#56

I ran into this when doing occasional freelance work for a company that ran live-aboard dive boats. They preferred to hire dive masters and train them to do things their way. Their method produced captains with a very narrow level of seamanship but the company will never see it until one of them gets into a bad jam and they get slapped with a major lawsuit. Mmm… is there a parallel here with the DUK operators?


#57

They “should” know the difference if they are going to take people on the water in anything. And ‘they’ includes those in direct command of the boat and those that run, operate, and manage a company that takes people on the water in anything.


#58

Some items from looking at news reports;
Engine exhaust was in the front of the boat??
There were three boats in the water when the storm hit,
The route may have been changed from road first then water to water first because of the weather forecasts, maybe trying to beat the line of thunderstorms.
Go/no-go was the captain’s call.

I don’t see how it can be left up to the captains when there are three boats. if one captain cancels what about the other boats, to they go out? Were there any weather limits imposed by the CG COI?


#59

More than three days after the deadly accident, a crane attached to a barge pulled the amphibious duck boat from Table Rock Lake near Branson, where it was submerged in 80 feet of water.

In this article more incidents with the Ducks are described which is not really a surprise but obviously a lot has to happen before proper and final action is taken.

On Saturday, former NTSB chairman James Hall said the design of duck boats makes them prone to the type of accident that occurred in Missouri, particularly when weather turns bad. He said they should be banned.

Duck boat manufacturers should establish wind and wave height limits and recommendations for their vehicles and the US Coast Guard should in turn assure that duck boat operators adhere to these limits and recommendations when planning and conducting their operations. But are the manufacturers still there after so many years? If not the USCG have to set these limits.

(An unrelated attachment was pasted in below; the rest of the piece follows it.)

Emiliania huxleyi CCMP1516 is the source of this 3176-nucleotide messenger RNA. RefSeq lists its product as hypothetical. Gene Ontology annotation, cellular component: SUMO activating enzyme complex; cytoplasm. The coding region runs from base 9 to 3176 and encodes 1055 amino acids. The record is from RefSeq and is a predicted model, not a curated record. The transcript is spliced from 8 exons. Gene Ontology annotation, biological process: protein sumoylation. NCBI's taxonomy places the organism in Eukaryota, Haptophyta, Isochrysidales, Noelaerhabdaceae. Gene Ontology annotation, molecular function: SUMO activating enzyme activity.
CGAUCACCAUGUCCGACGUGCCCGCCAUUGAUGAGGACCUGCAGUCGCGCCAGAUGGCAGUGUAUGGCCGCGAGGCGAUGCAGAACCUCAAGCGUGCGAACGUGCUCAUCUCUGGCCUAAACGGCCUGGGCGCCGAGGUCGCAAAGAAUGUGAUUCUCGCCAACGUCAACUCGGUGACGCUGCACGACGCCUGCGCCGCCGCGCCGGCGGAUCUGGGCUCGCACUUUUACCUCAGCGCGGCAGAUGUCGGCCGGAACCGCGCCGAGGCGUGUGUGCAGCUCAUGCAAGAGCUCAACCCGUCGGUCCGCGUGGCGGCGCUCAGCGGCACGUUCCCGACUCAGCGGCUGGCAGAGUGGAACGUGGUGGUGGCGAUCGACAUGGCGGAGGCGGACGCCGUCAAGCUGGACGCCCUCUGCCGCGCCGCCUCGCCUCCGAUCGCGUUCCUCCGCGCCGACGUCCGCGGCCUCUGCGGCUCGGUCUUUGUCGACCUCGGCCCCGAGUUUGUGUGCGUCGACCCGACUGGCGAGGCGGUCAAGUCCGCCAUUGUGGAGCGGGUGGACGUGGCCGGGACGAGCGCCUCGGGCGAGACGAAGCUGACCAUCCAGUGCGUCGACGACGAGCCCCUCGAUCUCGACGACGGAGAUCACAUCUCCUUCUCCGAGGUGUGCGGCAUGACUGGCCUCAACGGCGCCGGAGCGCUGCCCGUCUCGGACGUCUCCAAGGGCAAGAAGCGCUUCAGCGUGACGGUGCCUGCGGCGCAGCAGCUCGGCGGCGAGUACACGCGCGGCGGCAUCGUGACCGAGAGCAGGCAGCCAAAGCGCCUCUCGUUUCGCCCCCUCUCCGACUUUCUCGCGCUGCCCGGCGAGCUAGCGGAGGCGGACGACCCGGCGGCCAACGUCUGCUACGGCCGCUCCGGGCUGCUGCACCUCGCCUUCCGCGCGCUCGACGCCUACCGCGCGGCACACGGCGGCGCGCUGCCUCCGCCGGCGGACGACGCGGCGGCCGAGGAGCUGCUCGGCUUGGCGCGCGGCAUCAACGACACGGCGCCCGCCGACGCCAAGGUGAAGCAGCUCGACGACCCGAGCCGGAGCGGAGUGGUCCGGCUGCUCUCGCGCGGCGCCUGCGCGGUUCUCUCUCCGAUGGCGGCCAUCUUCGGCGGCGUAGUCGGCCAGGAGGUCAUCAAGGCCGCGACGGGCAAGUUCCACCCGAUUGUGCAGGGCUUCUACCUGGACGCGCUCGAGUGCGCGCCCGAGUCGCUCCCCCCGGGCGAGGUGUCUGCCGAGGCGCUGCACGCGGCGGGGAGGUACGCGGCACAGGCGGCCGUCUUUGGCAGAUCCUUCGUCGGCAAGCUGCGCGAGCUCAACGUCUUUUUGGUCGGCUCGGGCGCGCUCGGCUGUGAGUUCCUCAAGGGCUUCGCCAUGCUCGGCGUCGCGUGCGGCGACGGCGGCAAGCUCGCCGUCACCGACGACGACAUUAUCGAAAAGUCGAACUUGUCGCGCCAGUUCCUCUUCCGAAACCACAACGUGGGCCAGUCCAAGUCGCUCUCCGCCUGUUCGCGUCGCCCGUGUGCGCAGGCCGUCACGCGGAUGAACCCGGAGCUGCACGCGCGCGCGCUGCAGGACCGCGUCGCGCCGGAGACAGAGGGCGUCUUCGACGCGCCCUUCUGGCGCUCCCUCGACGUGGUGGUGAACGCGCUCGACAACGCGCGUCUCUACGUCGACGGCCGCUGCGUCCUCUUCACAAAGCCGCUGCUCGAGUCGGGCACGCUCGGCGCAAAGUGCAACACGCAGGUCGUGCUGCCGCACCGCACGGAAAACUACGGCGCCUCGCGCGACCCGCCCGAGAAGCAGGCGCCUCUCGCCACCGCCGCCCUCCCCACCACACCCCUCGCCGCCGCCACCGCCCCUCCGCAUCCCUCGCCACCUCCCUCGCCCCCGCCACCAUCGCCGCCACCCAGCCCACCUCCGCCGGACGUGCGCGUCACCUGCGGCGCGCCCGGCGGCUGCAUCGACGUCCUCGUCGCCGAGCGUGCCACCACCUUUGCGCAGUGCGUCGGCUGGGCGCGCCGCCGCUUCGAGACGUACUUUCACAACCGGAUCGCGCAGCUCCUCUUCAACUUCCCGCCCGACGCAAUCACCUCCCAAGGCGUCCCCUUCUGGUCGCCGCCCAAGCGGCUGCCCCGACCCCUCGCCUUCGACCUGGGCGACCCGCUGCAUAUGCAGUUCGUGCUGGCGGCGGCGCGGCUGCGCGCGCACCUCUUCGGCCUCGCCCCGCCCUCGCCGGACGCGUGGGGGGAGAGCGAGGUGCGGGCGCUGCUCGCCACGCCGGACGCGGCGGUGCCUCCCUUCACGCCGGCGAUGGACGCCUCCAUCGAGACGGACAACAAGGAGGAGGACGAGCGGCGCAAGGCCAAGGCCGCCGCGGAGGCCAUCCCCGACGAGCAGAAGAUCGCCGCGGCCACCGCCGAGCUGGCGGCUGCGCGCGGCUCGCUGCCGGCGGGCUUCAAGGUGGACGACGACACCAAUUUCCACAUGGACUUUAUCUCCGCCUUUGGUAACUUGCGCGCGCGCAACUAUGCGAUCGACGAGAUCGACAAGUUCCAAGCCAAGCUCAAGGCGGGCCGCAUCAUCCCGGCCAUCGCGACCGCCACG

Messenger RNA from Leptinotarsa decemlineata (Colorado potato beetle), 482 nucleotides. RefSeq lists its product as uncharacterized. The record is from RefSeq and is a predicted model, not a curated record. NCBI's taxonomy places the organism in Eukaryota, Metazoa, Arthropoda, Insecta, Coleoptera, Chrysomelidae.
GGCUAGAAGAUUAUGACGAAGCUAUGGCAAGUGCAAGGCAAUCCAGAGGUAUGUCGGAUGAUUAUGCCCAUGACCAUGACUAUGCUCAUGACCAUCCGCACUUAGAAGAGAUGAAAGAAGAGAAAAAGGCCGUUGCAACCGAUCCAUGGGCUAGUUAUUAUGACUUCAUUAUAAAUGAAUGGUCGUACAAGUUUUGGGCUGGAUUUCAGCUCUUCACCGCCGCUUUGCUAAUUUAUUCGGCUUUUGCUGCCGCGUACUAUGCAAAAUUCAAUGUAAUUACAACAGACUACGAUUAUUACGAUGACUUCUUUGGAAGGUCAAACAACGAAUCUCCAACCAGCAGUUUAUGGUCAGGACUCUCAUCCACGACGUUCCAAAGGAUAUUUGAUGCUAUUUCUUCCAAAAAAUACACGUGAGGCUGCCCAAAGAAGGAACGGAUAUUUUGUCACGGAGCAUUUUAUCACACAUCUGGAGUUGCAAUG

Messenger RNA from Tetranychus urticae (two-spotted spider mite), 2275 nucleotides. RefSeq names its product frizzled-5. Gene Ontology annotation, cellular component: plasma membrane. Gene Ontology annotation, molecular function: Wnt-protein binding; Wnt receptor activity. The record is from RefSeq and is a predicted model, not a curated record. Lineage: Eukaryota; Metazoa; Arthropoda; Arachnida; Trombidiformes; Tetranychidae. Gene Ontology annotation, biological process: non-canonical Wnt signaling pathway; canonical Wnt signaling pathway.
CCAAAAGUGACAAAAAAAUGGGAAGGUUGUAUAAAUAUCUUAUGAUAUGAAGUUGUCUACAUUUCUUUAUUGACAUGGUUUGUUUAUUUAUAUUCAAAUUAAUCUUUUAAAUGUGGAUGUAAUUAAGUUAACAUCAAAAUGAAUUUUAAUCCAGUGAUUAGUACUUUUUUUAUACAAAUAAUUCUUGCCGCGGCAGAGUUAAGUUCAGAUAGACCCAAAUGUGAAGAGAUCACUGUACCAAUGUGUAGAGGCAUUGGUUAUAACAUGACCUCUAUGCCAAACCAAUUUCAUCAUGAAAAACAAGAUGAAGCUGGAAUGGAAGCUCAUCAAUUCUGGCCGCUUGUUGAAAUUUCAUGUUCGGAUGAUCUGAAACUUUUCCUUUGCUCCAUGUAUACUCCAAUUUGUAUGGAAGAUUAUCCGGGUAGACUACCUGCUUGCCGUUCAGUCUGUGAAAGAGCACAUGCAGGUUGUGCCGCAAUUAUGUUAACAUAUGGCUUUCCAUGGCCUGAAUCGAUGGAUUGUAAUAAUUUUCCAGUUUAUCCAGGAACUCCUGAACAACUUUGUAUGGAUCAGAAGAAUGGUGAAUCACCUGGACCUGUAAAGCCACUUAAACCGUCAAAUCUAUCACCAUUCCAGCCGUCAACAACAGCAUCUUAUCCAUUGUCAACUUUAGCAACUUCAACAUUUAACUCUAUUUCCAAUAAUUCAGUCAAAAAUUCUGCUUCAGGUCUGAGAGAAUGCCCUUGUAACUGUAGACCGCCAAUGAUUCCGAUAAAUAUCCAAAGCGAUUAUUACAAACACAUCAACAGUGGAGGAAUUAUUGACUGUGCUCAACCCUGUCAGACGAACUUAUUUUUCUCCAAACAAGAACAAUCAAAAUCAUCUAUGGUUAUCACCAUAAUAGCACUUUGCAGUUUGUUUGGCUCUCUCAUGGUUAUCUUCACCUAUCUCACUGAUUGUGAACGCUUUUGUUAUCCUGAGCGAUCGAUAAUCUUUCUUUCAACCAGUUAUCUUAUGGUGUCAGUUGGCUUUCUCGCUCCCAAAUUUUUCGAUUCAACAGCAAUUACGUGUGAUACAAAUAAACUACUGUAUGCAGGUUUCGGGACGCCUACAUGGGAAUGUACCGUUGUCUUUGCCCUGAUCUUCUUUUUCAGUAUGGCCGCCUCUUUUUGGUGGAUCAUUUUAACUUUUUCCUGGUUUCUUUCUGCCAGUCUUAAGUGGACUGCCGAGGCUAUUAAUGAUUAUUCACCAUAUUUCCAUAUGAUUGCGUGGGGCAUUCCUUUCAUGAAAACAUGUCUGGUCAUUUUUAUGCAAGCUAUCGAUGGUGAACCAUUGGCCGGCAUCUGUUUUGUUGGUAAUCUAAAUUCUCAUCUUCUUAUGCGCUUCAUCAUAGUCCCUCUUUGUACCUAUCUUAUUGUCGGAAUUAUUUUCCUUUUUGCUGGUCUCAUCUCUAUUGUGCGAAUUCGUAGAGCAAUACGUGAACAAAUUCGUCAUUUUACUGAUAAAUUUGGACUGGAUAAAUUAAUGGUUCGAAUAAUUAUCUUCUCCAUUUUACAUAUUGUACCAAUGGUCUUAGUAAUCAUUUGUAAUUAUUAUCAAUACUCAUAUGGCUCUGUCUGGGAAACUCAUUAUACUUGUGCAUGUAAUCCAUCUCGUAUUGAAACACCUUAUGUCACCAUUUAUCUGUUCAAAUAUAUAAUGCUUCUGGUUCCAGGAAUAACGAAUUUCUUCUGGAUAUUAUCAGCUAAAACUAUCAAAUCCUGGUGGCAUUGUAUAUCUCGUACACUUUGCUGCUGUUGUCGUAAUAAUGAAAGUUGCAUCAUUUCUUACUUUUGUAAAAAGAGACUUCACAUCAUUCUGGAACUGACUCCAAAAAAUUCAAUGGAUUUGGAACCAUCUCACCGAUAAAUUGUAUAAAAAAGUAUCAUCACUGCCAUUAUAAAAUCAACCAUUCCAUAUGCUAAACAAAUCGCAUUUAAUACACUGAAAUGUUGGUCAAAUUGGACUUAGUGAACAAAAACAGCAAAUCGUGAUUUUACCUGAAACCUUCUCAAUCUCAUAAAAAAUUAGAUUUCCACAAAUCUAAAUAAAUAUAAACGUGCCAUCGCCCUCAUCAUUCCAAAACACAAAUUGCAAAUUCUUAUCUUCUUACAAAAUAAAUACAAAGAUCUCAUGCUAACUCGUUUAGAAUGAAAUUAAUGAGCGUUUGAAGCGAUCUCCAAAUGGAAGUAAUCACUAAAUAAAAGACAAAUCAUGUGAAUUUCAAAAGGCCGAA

#60

Given the regional weather patterns and history of NWS liability for failing to predict dangerous weather (or even for overestimating the level of a disturbance) it is easy for weather “customers” to ignore or downplay the constant stream of warnings that accompany every afternoon thunderstorm. It is nearly impossible to get an aviation weather forecast that doesn’t include the threat of severe icing in clouds and precipitation. When you hear it often enough you tend to blow it off.
Unless or until they ban those DUKWs and look-a-likes the only way to prevent weather related incidents is to restrict them to use within 10 feet of shore in less than 4 feet of water on calm cool days with no clouds and no reported or forecast convective activity within 100 miles of the intended voyage.

Seems like a lot of knee jerking going on in this thread.


#61

It seems that they use the same strategy in the Yacht industry; brain wash you up before you know too much and become a threat to their reinvented maritime mission and vision!


#62

One observation, with the Dukws they are probably issued with some form of seating limit by the USCG or local authorities. Is this based on a nominal ‘standard person’ e.g., size, height, weight etc.

Am speculating there may be a situation as occurred in the N Sea where offshore workers grew in size over the years. This had consequences for helicopters, life saving appliances as the workers became physically larger than the weight and space allotted.

In a Dukw will little or no reserve buoyancy a few percentage points over calculated weight increases the risk of swamping and eventual foundering.